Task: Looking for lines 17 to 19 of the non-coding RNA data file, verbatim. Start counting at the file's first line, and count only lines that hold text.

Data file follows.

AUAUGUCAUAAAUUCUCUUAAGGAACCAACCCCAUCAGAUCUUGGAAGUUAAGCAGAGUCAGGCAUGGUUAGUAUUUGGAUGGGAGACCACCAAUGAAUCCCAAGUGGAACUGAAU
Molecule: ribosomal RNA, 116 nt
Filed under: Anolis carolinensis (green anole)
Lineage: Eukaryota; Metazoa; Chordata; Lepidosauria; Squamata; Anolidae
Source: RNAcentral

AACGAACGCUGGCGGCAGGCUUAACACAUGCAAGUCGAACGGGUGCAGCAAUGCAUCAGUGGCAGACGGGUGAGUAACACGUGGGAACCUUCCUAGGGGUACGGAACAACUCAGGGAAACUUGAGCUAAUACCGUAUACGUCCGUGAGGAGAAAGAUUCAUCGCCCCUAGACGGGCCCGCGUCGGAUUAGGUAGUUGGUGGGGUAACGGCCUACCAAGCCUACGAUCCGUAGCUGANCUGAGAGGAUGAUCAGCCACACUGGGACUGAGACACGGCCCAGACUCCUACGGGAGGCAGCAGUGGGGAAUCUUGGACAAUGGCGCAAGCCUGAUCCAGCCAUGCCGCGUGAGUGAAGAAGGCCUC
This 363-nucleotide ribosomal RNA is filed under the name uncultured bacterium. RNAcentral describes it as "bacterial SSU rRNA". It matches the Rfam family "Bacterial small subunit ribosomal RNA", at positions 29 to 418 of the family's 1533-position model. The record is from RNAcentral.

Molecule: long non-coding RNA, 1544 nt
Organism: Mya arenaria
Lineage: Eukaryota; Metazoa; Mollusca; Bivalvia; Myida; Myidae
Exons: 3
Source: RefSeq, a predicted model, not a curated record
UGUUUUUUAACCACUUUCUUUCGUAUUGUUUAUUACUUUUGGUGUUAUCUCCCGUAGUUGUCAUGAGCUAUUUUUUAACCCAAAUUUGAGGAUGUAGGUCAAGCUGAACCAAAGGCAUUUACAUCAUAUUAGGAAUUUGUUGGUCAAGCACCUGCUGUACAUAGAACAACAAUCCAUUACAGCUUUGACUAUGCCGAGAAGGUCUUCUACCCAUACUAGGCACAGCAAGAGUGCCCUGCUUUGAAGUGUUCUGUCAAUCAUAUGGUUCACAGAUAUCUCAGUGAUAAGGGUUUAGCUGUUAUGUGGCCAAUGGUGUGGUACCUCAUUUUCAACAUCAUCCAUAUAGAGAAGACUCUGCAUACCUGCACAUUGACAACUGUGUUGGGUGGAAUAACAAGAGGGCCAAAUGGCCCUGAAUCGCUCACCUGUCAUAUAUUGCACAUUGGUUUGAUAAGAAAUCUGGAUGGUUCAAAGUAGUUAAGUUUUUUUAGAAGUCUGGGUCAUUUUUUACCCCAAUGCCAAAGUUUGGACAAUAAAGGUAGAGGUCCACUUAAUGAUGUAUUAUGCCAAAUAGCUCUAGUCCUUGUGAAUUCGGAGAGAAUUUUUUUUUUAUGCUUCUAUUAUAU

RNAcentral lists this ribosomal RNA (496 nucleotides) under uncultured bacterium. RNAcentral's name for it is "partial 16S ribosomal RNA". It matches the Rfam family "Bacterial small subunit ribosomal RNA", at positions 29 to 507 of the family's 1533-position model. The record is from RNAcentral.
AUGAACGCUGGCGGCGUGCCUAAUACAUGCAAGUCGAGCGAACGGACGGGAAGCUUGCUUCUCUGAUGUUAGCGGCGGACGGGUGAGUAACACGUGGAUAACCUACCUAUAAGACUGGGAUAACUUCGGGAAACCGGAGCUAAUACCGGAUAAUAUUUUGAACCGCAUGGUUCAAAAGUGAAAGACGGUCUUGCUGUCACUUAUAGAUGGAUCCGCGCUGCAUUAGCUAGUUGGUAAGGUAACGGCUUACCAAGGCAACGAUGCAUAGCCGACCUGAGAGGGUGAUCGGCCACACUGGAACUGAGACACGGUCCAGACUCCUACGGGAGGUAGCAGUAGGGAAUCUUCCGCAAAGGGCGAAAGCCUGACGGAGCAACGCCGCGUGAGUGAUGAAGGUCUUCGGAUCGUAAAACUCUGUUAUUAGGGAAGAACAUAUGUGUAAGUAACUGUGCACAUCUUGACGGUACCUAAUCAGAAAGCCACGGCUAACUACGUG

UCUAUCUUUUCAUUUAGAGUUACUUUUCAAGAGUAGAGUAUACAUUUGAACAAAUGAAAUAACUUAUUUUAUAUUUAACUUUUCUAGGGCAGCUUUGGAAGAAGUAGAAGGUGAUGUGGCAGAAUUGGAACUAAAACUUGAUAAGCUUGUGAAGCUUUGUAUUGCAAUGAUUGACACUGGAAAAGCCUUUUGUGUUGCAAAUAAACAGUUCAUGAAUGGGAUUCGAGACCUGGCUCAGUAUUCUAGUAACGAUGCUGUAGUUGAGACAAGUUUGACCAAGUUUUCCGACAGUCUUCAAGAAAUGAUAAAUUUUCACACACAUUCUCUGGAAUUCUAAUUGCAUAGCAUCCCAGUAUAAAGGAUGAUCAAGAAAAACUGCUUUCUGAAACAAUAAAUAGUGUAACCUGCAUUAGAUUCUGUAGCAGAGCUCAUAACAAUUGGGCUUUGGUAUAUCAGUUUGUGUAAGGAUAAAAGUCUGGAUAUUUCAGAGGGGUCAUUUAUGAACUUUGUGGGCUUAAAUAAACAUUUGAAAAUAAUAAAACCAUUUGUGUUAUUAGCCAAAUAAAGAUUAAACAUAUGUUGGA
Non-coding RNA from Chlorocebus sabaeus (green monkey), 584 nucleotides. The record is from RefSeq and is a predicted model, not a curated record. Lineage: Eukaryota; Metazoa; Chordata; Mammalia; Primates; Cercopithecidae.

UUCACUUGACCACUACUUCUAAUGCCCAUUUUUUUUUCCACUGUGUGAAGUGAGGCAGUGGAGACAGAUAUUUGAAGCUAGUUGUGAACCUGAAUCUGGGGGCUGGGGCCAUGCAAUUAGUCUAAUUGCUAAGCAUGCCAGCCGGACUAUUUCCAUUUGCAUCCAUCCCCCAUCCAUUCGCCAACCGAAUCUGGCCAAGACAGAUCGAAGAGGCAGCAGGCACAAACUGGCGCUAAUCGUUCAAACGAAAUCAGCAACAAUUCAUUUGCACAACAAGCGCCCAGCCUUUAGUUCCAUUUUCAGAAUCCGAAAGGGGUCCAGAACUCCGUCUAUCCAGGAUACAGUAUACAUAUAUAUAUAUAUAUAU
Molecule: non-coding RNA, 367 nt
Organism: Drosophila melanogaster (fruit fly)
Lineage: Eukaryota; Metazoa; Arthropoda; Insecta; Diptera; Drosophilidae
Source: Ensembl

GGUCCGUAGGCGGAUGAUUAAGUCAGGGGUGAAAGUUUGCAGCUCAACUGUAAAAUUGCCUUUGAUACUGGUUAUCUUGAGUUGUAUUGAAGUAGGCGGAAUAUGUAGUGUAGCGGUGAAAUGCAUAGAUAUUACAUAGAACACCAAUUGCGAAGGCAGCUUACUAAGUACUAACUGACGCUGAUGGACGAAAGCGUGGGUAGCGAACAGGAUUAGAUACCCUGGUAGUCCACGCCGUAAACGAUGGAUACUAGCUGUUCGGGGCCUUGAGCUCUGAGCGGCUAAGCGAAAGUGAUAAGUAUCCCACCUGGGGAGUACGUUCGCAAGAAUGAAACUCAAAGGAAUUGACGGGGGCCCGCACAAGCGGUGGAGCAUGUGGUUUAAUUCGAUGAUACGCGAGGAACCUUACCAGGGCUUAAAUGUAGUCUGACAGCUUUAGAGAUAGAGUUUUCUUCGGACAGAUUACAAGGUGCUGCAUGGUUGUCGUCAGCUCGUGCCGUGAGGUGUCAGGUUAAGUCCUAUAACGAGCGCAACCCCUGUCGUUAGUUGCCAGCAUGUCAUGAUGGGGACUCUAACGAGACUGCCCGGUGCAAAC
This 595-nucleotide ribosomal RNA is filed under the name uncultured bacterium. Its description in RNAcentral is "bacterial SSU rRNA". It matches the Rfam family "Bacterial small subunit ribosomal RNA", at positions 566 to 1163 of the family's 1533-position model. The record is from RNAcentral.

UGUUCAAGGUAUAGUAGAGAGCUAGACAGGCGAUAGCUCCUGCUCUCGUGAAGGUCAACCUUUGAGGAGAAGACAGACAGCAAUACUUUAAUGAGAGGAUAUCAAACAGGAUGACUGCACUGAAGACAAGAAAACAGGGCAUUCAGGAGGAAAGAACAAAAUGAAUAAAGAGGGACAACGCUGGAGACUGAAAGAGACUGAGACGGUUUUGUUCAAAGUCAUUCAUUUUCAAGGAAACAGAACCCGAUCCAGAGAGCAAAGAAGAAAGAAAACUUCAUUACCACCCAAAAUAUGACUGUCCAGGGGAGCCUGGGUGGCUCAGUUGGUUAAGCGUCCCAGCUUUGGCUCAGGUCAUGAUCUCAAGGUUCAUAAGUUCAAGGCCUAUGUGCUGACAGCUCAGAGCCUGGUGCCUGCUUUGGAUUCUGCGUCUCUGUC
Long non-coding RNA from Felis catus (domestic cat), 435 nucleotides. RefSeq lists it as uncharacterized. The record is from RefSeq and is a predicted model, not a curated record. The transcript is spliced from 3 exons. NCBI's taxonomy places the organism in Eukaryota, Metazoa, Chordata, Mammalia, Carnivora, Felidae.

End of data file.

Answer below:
Non-coding RNA from Chlorocebus sabaeus (green monkey), 584 nucleotides. The record is from RefSeq and is a predicted model, not a curated record. Lineage: Eukaryota; Metazoa; Chordata; Mammalia; Primates; Cercopithecidae.

UUCACUUGACCACUACUUCUAAUGCCCAUUUUUUUUUCCACUGUGUGAAGUGAGGCAGUGGAGACAGAUAUUUGAAGCUAGUUGUGAACCUGAAUCUGGGGGCUGGGGCCAUGCAAUUAGUCUAAUUGCUAAGCAUGCCAGCCGGACUAUUUCCAUUUGCAUCCAUCCCCCAUCCAUUCGCCAACCGAAUCUGGCCAAGACAGAUCGAAGAGGCAGCAGGCACAAACUGGCGCUAAUCGUUCAAACGAAAUCAGCAACAAUUCAUUUGCACAACAAGCGCCCAGCCUUUAGUUCCAUUUUCAGAAUCCGAAAGGGGUCCAGAACUCCGUCUAUCCAGGAUACAGUAUACAUAUAUAUAUAUAUAUAU
Molecule: non-coding RNA, 367 nt